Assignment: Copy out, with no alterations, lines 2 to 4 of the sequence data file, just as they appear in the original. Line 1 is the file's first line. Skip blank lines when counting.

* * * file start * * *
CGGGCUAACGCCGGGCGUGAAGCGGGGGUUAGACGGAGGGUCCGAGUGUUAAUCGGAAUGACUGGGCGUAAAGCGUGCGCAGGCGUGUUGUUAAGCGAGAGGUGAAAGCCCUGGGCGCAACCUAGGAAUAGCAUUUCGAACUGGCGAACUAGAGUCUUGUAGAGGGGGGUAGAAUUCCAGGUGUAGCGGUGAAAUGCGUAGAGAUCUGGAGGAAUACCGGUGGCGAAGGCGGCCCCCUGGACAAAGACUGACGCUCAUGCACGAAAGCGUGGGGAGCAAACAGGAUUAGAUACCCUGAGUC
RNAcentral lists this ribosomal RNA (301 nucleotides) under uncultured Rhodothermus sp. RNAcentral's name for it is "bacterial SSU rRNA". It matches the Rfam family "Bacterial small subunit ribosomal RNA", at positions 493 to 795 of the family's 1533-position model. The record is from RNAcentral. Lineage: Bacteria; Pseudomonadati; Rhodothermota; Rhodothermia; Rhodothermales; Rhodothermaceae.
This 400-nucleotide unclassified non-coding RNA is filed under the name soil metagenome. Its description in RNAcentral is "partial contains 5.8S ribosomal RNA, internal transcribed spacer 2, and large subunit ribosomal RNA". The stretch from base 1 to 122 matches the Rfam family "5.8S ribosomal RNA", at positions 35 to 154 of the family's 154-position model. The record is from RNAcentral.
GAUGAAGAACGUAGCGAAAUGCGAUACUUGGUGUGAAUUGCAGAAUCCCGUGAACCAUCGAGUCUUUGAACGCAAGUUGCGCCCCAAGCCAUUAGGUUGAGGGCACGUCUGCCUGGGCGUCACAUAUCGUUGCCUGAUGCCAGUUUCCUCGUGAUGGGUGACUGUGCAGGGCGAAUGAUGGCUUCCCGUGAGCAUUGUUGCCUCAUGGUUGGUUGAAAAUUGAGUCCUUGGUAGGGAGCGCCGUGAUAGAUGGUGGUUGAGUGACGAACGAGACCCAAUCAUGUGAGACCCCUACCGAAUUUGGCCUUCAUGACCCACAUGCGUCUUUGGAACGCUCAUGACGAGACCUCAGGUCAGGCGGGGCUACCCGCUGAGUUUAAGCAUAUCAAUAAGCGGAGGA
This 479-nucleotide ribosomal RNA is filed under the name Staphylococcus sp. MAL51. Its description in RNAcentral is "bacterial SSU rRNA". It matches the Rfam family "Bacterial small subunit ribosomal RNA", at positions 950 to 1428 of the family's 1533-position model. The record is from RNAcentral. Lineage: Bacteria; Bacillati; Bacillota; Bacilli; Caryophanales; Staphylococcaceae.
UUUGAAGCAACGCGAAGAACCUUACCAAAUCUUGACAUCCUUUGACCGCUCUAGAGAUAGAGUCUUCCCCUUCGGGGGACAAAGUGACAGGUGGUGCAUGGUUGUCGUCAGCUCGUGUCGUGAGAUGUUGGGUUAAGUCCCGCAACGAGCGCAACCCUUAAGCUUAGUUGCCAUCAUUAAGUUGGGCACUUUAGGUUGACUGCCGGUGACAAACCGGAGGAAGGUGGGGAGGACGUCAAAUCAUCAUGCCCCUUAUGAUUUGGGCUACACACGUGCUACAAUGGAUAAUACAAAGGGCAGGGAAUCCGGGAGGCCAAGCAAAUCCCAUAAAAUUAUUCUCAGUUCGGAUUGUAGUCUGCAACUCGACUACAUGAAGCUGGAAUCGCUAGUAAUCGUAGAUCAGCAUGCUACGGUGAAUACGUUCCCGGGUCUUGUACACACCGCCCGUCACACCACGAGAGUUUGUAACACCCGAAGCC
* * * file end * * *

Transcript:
RNAcentral lists this ribosomal RNA (301 nucleotides) under uncultured Rhodothermus sp. RNAcentral's name for it is "bacterial SSU rRNA". It matches the Rfam family "Bacterial small subunit ribosomal RNA", at positions 493 to 795 of the family's 1533-position model. The record is from RNAcentral. Lineage: Bacteria; Pseudomonadati; Rhodothermota; Rhodothermia; Rhodothermales; Rhodothermaceae.
This 400-nucleotide unclassified non-coding RNA is filed under the name soil metagenome. Its description in RNAcentral is "partial contains 5.8S ribosomal RNA, internal transcribed spacer 2, and large subunit ribosomal RNA". The stretch from base 1 to 122 matches the Rfam family "5.8S ribosomal RNA", at positions 35 to 154 of the family's 154-position model. The record is from RNAcentral.
GAUGAAGAACGUAGCGAAAUGCGAUACUUGGUGUGAAUUGCAGAAUCCCGUGAACCAUCGAGUCUUUGAACGCAAGUUGCGCCCCAAGCCAUUAGGUUGAGGGCACGUCUGCCUGGGCGUCACAUAUCGUUGCCUGAUGCCAGUUUCCUCGUGAUGGGUGACUGUGCAGGGCGAAUGAUGGCUUCCCGUGAGCAUUGUUGCCUCAUGGUUGGUUGAAAAUUGAGUCCUUGGUAGGGAGCGCCGUGAUAGAUGGUGGUUGAGUGACGAACGAGACCCAAUCAUGUGAGACCCCUACCGAAUUUGGCCUUCAUGACCCACAUGCGUCUUUGGAACGCUCAUGACGAGACCUCAGGUCAGGCGGGGCUACCCGCUGAGUUUAAGCAUAUCAAUAAGCGGAGGA